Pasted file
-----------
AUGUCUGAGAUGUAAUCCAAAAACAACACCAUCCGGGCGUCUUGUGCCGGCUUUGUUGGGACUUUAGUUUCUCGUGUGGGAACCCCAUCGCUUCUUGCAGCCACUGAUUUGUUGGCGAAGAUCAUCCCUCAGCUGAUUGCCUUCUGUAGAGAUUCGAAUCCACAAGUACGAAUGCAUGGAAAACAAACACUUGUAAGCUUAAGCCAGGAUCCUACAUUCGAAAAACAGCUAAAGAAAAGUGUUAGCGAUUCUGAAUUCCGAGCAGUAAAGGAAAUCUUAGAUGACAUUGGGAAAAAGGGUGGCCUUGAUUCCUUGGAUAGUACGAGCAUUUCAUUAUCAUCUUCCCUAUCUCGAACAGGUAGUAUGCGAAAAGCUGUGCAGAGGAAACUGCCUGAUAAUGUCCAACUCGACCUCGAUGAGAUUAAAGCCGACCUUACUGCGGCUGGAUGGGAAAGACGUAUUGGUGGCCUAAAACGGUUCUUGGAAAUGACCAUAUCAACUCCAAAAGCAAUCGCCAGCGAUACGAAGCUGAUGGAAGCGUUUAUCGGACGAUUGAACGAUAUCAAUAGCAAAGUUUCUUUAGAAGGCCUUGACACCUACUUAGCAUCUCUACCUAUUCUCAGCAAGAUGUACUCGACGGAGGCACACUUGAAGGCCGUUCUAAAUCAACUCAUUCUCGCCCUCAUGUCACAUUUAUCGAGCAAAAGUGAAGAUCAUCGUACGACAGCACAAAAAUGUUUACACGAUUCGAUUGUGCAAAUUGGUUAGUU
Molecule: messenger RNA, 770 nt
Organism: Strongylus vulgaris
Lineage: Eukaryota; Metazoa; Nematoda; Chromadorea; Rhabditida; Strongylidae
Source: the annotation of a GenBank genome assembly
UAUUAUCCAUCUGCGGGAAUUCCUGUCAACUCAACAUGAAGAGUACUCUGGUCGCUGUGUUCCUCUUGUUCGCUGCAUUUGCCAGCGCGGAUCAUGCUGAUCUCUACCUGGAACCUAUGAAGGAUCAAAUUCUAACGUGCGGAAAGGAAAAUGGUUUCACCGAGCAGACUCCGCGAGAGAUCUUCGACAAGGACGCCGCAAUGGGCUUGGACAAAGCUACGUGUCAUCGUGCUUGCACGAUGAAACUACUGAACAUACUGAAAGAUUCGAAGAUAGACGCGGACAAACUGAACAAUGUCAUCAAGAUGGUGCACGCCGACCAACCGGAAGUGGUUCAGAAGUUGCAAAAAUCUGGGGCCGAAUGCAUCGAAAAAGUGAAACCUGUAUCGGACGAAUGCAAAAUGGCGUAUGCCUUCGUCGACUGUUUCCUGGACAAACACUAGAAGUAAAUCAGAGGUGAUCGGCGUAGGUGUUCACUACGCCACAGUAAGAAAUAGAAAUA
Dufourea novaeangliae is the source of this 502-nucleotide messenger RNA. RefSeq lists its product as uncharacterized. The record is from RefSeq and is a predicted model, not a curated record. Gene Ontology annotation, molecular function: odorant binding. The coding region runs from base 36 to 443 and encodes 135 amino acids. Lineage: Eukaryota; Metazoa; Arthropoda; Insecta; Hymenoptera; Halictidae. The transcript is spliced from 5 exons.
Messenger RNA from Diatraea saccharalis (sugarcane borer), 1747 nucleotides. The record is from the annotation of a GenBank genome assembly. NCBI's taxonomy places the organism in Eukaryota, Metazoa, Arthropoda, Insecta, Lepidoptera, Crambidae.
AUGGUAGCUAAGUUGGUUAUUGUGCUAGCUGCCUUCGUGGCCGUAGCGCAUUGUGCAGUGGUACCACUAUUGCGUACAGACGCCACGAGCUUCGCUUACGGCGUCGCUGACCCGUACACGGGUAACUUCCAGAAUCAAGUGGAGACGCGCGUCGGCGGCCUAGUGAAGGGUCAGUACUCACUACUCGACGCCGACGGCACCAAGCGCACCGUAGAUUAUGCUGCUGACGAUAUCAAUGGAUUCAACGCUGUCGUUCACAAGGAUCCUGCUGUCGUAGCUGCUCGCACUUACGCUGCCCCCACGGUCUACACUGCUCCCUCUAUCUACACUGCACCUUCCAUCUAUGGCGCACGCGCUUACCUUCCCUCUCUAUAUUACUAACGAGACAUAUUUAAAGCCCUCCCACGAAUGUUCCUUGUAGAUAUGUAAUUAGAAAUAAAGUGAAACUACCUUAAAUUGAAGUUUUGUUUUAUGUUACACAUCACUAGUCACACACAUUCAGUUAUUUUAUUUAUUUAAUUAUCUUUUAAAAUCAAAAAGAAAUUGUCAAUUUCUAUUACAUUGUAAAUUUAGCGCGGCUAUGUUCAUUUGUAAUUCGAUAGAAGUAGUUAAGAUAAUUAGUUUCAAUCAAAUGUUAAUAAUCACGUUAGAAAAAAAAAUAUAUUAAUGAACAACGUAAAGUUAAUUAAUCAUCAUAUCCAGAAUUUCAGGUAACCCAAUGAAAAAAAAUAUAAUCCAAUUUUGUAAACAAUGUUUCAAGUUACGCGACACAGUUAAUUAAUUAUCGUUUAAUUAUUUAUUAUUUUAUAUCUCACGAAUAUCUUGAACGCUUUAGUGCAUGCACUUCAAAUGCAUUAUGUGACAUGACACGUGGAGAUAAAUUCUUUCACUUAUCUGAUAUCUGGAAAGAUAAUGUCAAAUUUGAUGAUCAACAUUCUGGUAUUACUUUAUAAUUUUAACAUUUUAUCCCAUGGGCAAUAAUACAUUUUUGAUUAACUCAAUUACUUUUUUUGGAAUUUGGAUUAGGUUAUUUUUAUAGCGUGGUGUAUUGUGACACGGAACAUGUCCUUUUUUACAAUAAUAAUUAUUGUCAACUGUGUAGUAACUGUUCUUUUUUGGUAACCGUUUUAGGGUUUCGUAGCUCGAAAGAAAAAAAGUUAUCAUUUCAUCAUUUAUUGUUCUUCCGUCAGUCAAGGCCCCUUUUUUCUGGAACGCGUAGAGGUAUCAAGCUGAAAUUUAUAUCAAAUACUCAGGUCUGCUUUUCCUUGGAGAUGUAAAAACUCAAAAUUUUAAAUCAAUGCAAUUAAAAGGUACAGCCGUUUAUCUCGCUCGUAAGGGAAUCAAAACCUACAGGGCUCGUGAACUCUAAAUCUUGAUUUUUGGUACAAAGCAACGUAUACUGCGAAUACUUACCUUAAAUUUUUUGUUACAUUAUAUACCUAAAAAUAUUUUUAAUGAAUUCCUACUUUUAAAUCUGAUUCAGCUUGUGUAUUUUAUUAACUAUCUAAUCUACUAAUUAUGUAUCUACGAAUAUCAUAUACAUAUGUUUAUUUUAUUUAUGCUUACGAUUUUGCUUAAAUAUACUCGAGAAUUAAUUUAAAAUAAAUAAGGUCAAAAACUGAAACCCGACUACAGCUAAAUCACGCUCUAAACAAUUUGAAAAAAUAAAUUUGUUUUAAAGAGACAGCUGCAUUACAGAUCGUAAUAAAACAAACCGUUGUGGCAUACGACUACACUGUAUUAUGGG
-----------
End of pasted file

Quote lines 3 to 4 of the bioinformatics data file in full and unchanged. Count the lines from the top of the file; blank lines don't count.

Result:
Organism: Strongylus vulgaris
Lineage: Eukaryota; Metazoa; Nematoda; Chromadorea; Rhabditida; Strongylidae